rare soprano voice was highly enjoyed
by all. After the dining room was
cleared, the hop was begun and the fol
lowing participated: Misses Leonora
Cantwell, Olive Armsiroug, Mary
Jennings Bellamy, Octavia Boat
wright, Kate Maffitt, Bessie Payne,
Anita DeRosset, Nettie Dockery of
Charlotte, Anna Peck, Mary Nash,
Jeanie Peck, Rosa Bailey, of Winston,
Lizzie Peck, Mrs. Wallace Carmichael,
Mrs. Broadnax; Messrs. Harry Cros
well, Marsden Bellamy, Jr., Clayton
Giles, "Jack" Bellamy, Richard Brad
ley, Willie Crow, Geo. Crow, Geo.
Peschau, John Peschau and Alex.
Among the recent arrivals at the
Seashore R. H. Jordan and wife,
A. M. Spong and children, Char
lotte, N. C; Mr. and Mrs. A. F.
Guinam, Asheville; Mrs. Chad wick,
Mr. and Mrs. G. A. Howell, Charlotte;
R. A. Dunn, Charlotte; Mr. and Mrs.
Purhell and sons and Miss Purnell;
Mr. C. M. Bernard, wife and children,
Raleign; L. W. Sanders and wife,
Charlotte; Mr. and Mrs. J. E. Sharpe,
Raleigh; G. L. Rider and wife, New
York; Mr. and Mrs. Dockery, Miss
Nettie DockerytMiss Fannie Dockery,
Mr. and Mrs. Cladius Dockery, Rock
ingham; Dr. Edwin A. Alderman,
Chapel Hill; A. Hill McLeod, Jr.;
Lumberton; Mrs. W. F. Dowd, Char
lotte; J. L. McAllister, Lumberton;
H. B. Short, Lake Waccamaw; T. L.
McNair, Laurel Hill; A. S. Dockery,
Rockingham ; W. D. McLaurin, Lau-
rinbuTff: C M. tsaDDilt ana cniia,
Newbern; Judge Shepherd, Col. John
W, Hinsdale, Raleigh ; Oscar J.Spears,
Lillington ; Percy Putnam and family,
Atlanta; Thomas Hill, Hillsboro.
Ocean View E. A. Perry, Chad
bourn; N. A. Carter, Raynham; G.
W. Thompson, Miss Thompson and
O. T. Floyd, Union City; Miss Dora
Thompson, Raynham; G. B. Hub
bard, furvis; t. U. DiuuDS, union
City;C. H. Tucker and Miss Mamie
Davis, Bladenboro; Miss Dora Watts,
Robeson; J. R. Blake and D. Jolly,
Chadbourn; Horace Coleman, White
ville ; J. F. Campbell, Elrod ; James
L. Patterson and V. R. Toon, White
ville; H. L. Stevens and J. W. S win
son, Warsaw; A. Nash, Lumberton;
Miss Little, Charlotte; W.J. Carter,
S. C; Mrs. Neal McNeal, Philadel
phia ; H. Witcover and family, Marion,
A. D. Morrisey, Fayetteville ; R. B.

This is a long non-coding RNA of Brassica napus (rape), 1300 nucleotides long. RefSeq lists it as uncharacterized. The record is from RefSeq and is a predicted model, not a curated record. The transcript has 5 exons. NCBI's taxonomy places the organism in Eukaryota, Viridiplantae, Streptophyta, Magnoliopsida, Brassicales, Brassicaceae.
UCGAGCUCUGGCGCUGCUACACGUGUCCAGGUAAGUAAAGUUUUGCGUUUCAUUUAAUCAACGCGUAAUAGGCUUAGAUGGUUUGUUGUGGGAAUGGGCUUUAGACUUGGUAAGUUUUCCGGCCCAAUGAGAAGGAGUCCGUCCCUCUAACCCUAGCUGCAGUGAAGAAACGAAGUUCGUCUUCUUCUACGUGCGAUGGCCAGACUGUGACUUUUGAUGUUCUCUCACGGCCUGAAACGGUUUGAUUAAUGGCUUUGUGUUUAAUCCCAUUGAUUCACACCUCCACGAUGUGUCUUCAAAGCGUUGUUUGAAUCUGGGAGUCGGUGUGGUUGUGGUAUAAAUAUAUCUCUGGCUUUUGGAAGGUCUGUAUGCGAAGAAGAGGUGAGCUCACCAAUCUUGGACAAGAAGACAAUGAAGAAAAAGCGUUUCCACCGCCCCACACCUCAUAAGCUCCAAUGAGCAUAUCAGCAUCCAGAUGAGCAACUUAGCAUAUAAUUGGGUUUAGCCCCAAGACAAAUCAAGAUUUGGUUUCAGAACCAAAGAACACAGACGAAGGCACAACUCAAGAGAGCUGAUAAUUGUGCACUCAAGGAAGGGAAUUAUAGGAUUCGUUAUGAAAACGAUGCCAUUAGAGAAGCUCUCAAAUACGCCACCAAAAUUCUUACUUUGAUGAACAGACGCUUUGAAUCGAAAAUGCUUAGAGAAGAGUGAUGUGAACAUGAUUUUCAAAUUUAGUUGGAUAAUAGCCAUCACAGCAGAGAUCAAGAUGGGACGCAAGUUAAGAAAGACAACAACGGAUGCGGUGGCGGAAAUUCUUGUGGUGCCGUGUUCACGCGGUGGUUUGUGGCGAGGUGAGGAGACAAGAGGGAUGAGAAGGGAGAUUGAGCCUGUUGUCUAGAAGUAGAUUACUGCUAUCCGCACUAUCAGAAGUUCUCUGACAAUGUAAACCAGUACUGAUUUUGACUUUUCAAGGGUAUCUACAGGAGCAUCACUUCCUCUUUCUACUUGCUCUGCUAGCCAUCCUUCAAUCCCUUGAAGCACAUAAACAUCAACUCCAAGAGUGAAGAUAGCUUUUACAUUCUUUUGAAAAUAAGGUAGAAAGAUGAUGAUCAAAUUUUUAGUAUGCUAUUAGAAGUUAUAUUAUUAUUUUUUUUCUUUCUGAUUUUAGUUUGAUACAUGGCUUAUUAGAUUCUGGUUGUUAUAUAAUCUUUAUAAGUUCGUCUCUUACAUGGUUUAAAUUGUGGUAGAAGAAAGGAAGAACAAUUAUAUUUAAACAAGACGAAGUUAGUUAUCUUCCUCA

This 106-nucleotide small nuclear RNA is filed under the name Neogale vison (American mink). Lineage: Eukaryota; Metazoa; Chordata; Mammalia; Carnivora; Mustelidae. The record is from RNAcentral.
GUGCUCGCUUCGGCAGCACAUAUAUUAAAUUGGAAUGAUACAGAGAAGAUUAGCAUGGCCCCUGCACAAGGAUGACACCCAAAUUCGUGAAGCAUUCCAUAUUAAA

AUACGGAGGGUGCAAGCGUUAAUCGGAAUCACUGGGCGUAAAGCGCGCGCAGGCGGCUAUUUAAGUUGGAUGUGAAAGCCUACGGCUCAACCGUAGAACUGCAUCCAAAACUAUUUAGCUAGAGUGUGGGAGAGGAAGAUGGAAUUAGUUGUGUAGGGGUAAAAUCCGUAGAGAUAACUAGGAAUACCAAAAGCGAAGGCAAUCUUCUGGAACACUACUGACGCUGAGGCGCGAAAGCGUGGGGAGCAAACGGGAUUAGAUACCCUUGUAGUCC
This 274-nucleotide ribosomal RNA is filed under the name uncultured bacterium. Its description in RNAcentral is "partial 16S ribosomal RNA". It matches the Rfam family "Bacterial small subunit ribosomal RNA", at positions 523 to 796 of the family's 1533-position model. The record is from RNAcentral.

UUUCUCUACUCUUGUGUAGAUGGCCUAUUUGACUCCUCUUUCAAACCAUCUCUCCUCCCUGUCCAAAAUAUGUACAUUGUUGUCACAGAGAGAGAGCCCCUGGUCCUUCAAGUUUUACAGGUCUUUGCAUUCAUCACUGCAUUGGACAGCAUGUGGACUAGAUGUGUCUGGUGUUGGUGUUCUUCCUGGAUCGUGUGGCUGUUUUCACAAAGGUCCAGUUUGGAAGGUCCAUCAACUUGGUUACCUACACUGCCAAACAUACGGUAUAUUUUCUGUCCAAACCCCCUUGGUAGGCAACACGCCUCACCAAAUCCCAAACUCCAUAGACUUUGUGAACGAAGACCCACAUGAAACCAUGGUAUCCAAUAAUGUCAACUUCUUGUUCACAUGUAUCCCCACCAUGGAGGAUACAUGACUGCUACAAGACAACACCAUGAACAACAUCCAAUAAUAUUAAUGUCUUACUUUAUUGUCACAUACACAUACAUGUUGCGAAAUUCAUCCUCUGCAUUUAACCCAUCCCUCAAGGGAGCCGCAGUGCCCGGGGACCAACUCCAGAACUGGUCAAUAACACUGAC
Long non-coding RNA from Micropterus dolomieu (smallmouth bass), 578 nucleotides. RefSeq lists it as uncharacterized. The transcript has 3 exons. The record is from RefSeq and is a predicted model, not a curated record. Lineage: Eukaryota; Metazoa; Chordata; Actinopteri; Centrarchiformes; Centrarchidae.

Davis and wife, N. C. ; C. M. McLean
and C. C. Lyon, Elizabetown.
MURDER TRIAL AT WILSON.
White Man Knocked Down on Water
Street Last Night , by Two Negroes
and Relieved of $42.
A white man named Mills, from
Bladen county, was knocked -down
and robbed of $42.00 last night about
11 o'clock by two negroes at the cor
ner of Water and Chesnut streets, and
they succeeded in getting off with
their booty before being detected.
The old man was picked ug by two
gentlemen who were sitting in front
of the Rock Spring Hotel at the time
of the occurrence, and carried into the
house. He was only slightly bruised
about the face.
The assault was a dastardly one and
every effort will be made by the police
to apprehend the guilty parties. Ac
cording to the statement of Mills, he
was on Water street and hired a negro
to carry him to the Rock Spring hotel
where he had a room. When they
reached Chesnut street, another negro
struck him from behind and they rob
bed him of two $20 gold pieces and
$3 in silver before he could give the
alarm. The negroes ran away before
anybody could get to him and one of
them dropped ,a hat, which Officer
Leon George picked up a few minutes
Mills is about 65 years of age and is
here attending Federal Court. The
deed was bold as well as outrageous,
having been committed at that hour of
the night and near an electric light.
MR. GEO. M. SUMMERELL
Greensboro Record: News from
Oxford is that Albert Alton, a visiting
negro, who grog3ly insulted a lady
there Tuesday, was found dead Wed
nesday morningj with six bullet holes
through his body.
Lenoir Tope: Col. J. G. Hart
ley, of Hudson township cut 60 shocks
of wheat one day last week. He is
seventy-five yeai;s old? but he always ;
votes the Democratic ticket and Ay cock '
told us last week; that is a guarantee of
Aberdeen pelegram: The Re- t
publicans have held their convention - :
and have put up the same old gang
that have been defeated several times
by the people ol this county. Their
candidate for the Legislature will
probably be appointed a colonel in
Butler's army when he starts to drive
the Democrats oal of the State, as he ,
is already famous in the use of 'bul
lets." . - , . -
Smithfield ylerald: We under
stand that in some townships in this
county the Radical census enumera
tors stop after obtaining their informa
tion and try to get the white people to
vote for negro domination. They 8 re
doing all in their jpower to defeat the
will of the white j people, so that they
may obtain another little office. But 1
Johnston county (will still remain in
the white ranks.
StateBville i Landmark : Mr. '
R. K. Murdock, tie express agent, is.
receiving quite a number of. coopsof
homing pigeons ; to turn loose.' "Ho
started seven cops, 280, on their way
Tuesday morning and has eight coops
on hand now from New York await
ing instructions, j Last week he loosed
some here one morning that made tho
trip back to their ilofts in Wilmington,
Del., a distance of 400 miles in ten
Fayetteville Observer: News
has just reached here of a most shock
ing tragedy in Bladen county last
night. Mr. Charles Chasen, overseer t
of Capt. A. B. Williams's plantation
at Hampton, was; shot while eating
supper, surrounded by his wife and
five children. J.ne assassin nrea
through the window, blowing Mr.'
Chasen's brains. I Mr. George W.
Ward, one of 71sl's oldest and most
prominent farmeis, died Friday morn- J
ing. Capt. IK. P. Powers, a well
known and for many i years a promiy
nent citizen, of fayetteville, died at
his home Friday afternoon in the 57th
year of his age. ;
Jno. J. Jefferson Acquitted of the Murder
of Capt. Cal. Barnes.
Special Star Telegram.
Wilson, N. C, June 22. In .the